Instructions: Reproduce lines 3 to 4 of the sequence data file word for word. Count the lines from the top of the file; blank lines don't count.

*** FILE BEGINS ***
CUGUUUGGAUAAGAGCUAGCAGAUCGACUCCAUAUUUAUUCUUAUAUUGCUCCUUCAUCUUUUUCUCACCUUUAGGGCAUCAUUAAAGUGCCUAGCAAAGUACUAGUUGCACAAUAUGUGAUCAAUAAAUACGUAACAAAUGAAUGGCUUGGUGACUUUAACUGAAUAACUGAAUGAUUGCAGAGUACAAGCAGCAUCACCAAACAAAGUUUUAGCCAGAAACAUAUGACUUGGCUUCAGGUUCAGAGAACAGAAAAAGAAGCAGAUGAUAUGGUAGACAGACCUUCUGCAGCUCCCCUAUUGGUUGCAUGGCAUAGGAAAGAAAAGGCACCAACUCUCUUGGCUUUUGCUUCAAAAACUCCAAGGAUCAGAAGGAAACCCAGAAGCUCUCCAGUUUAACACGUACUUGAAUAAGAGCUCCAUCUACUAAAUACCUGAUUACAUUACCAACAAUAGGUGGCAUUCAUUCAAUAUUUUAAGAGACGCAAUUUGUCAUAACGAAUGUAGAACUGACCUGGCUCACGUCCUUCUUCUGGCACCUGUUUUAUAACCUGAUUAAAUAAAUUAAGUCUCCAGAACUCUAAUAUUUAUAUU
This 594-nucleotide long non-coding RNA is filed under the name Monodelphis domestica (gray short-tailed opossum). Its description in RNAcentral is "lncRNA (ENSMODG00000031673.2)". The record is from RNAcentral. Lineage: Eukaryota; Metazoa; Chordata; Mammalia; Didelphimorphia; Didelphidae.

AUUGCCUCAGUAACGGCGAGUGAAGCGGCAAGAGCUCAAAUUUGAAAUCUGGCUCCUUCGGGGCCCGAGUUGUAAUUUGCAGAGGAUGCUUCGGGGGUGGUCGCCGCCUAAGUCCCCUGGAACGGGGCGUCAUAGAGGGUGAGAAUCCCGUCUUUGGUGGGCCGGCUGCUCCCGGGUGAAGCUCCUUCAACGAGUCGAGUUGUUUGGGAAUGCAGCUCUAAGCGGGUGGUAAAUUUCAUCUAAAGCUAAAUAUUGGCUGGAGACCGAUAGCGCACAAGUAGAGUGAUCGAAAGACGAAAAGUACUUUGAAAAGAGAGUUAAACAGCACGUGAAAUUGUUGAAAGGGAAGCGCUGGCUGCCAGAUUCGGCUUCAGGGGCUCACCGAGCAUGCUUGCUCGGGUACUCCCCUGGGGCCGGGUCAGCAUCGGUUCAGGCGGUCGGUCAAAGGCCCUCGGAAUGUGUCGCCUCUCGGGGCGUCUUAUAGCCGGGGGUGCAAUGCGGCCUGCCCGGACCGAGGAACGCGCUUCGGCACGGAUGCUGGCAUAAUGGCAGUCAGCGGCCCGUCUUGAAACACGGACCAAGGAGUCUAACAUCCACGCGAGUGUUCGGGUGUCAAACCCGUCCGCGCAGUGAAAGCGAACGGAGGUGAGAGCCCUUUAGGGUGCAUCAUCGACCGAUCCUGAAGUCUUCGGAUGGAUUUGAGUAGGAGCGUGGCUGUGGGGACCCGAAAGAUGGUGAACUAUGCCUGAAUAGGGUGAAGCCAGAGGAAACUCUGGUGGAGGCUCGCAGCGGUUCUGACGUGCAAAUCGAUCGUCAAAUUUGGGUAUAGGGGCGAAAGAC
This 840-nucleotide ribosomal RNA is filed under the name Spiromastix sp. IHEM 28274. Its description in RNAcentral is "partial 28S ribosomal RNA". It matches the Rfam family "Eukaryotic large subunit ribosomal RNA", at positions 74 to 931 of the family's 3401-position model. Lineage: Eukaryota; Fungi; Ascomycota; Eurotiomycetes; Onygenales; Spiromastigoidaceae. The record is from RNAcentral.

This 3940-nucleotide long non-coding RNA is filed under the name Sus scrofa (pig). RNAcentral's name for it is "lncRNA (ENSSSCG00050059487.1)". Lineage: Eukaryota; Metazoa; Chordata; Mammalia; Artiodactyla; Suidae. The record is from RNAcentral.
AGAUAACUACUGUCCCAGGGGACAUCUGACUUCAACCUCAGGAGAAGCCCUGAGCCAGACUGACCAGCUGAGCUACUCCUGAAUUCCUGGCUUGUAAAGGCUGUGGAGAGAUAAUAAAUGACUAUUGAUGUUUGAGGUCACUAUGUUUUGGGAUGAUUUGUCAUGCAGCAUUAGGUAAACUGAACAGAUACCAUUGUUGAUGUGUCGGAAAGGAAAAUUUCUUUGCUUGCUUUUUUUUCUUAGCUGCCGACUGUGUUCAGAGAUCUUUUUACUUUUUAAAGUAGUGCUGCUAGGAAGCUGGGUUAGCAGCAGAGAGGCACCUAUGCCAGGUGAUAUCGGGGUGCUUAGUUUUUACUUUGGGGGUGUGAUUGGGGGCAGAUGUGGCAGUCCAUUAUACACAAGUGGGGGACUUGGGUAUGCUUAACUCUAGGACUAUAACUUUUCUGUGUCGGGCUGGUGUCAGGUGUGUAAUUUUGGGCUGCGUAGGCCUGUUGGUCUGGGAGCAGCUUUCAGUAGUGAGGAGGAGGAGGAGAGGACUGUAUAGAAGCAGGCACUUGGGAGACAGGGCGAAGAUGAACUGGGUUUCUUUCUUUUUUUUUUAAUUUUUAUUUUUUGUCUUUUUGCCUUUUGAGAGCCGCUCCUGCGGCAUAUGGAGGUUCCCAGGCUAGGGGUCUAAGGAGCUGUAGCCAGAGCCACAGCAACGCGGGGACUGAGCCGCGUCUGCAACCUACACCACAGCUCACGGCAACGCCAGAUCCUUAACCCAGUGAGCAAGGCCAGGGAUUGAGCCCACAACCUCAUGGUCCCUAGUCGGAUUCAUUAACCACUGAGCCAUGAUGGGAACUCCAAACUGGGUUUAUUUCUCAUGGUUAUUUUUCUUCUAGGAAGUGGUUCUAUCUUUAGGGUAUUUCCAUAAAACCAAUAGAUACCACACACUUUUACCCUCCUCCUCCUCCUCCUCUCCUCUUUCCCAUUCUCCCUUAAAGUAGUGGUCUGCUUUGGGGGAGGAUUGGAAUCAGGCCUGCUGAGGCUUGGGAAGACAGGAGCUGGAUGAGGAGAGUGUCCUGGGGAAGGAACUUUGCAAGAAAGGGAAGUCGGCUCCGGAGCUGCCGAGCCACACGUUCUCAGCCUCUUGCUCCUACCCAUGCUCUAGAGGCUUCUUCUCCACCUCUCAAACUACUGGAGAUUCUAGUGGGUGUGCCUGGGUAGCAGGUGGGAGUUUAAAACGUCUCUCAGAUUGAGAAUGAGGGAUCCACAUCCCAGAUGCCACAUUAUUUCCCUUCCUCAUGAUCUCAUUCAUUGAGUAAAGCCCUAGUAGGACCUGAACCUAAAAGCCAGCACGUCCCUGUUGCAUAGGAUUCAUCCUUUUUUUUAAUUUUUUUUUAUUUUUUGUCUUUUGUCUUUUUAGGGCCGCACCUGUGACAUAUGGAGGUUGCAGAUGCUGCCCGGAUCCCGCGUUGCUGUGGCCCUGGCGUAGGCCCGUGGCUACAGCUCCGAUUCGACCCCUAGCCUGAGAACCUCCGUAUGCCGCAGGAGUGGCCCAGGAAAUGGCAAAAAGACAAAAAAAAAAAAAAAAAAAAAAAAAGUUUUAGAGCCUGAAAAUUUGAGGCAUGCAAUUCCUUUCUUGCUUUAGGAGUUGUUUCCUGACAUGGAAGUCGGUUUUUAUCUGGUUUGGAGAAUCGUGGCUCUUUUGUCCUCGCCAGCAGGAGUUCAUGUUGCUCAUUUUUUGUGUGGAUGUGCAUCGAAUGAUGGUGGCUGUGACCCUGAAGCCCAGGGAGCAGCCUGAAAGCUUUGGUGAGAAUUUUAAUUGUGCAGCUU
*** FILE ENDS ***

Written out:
AUUGCCUCAGUAACGGCGAGUGAAGCGGCAAGAGCUCAAAUUUGAAAUCUGGCUCCUUCGGGGCCCGAGUUGUAAUUUGCAGAGGAUGCUUCGGGGGUGGUCGCCGCCUAAGUCCCCUGGAACGGGGCGUCAUAGAGGGUGAGAAUCCCGUCUUUGGUGGGCCGGCUGCUCCCGGGUGAAGCUCCUUCAACGAGUCGAGUUGUUUGGGAAUGCAGCUCUAAGCGGGUGGUAAAUUUCAUCUAAAGCUAAAUAUUGGCUGGAGACCGAUAGCGCACAAGUAGAGUGAUCGAAAGACGAAAAGUACUUUGAAAAGAGAGUUAAACAGCACGUGAAAUUGUUGAAAGGGAAGCGCUGGCUGCCAGAUUCGGCUUCAGGGGCUCACCGAGCAUGCUUGCUCGGGUACUCCCCUGGGGCCGGGUCAGCAUCGGUUCAGGCGGUCGGUCAAAGGCCCUCGGAAUGUGUCGCCUCUCGGGGCGUCUUAUAGCCGGGGGUGCAAUGCGGCCUGCCCGGACCGAGGAACGCGCUUCGGCACGGAUGCUGGCAUAAUGGCAGUCAGCGGCCCGUCUUGAAACACGGACCAAGGAGUCUAACAUCCACGCGAGUGUUCGGGUGUCAAACCCGUCCGCGCAGUGAAAGCGAACGGAGGUGAGAGCCCUUUAGGGUGCAUCAUCGACCGAUCCUGAAGUCUUCGGAUGGAUUUGAGUAGGAGCGUGGCUGUGGGGACCCGAAAGAUGGUGAACUAUGCCUGAAUAGGGUGAAGCCAGAGGAAACUCUGGUGGAGGCUCGCAGCGGUUCUGACGUGCAAAUCGAUCGUCAAAUUUGGGUAUAGGGGCGAAAGAC
This 840-nucleotide ribosomal RNA is filed under the name Spiromastix sp. IHEM 28274. Its description in RNAcentral is "partial 28S ribosomal RNA". It matches the Rfam family "Eukaryotic large subunit ribosomal RNA", at positions 74 to 931 of the family's 3401-position model. Lineage: Eukaryota; Fungi; Ascomycota; Eurotiomycetes; Onygenales; Spiromastigoidaceae. The record is from RNAcentral.